Coordinating is key to success

In the business world and across the government enterprise, mission success relies on the availability of trustworthy information.

In the Department of Defense (DoD), information is targeted and threatened every single day. It is critical to our mission that Defense information systems are not brought down.

We have made significant strides in the cybersecurity domain. We have increased the profile of the deputy assistant secretary of defense for cyber, identity and information assurance. We have deployed the largest public-key infrastructure (PKI) in the world. We have established a joint office created by the CIOs for the DoD and the Office of the Director of National Intelligence (ODNI) to address the inefficiencies and ineffectiveness resulting from years of uncoordinated activities.

Additionally, we have improved on education and training and have increased our partnerships with the Department of Homeland Security, private industry and the global defense industrial base (DIB).  We established a strong partnership with the DIB to increase network security, as well as put in place a robust model of threat and vulnerability-sharing that extends to all critical sectors.

We also launched the Defense Venture Catalyst Initiative (DefVenCI), a program that brought cutting-edge technology innovation to the national security community right after Sept. 11, 2001, enabling agencies to solve many hard challenges.

Still, as far as we've come, there is much work left to do. If I had to list the biggest challenges that remain, my list would include:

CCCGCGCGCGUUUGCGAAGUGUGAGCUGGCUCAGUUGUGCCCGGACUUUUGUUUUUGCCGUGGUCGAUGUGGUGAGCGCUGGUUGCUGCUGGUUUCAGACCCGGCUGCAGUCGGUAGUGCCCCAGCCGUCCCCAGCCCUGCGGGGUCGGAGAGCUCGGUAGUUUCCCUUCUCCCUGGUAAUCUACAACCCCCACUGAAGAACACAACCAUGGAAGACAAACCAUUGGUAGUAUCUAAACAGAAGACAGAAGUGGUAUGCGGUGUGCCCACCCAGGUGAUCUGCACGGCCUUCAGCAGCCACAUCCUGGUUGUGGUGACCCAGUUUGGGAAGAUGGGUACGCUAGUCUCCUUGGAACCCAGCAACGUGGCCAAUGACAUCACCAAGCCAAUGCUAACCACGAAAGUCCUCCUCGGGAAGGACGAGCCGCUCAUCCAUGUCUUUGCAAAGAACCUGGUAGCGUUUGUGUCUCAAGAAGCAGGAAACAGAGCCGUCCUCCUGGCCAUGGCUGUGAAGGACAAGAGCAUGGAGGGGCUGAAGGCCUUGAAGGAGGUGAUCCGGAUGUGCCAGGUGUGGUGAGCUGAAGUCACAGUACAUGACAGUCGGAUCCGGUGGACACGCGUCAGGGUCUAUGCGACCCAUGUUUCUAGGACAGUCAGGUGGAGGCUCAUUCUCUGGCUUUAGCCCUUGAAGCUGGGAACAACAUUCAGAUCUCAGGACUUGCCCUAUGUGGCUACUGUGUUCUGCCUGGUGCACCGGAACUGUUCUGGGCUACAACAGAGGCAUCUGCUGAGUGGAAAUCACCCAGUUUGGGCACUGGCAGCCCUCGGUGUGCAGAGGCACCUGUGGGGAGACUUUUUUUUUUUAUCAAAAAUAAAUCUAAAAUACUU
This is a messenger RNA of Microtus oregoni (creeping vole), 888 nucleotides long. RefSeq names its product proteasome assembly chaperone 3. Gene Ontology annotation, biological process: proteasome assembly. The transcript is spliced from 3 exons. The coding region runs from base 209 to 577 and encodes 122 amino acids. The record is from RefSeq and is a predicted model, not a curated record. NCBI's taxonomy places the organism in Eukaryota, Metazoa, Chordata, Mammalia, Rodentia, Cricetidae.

The need to continuously harden the network in this era of social networking, cloud services, the increasing mobile workforce and growing global requirements. We also need to move to multi-factor and attribute-based identity assurance access for people, devices, data and applications.

Further, as the threat changes, we need to adjust as well, which includes rolling out technologies that inspect and secure the supply chain.

Also vital is continuing to stress the importance and necessity of education, training and workforce manning for critical IT/IA skill sets.

Since 2004, when the Department of Defense issued its first information assurance strategy, much has changed. We have witnessed a stark increase in both the cyber threat and the sophistication of the enemy to penetrate our mission-critical systems.

Recently, my office implemented a new information strategy that lays out our vision and goals for cyber, identity and information assurance. We must become more agile. Although training and education of our workforce is vital, eventually we must begin to take people out of the mix and move toward an automated security systems platform where devices can recognize a threat and respond quicker and more efficiently than humans. We have to improve the time it takes to roll out commercial technologies. We can no longer afford to wait three, four and five years to put capabilities within our enterprises or out on the battlefield.

We must trod a new path, one that focuses on automating security systems that rely less on systems engineers detecting intrusions and installing security patches.

Today, we anticipate scans and attacks and have adjusted our approach more toward keeping our mission-critical systems up and operating in the midst of attacks. Layered security is enabling us to do this.

Tomorrow, we will rely less on a static, standalone information assurance environment and move toward a cyber information assurance realm. We must be faster, more agile and better prepared. We're on the right track.

Robert Lentz retired in Oct. 2009 as deputy assistant secretary of defense for cyber, identity and information assurance, Department of Defense.

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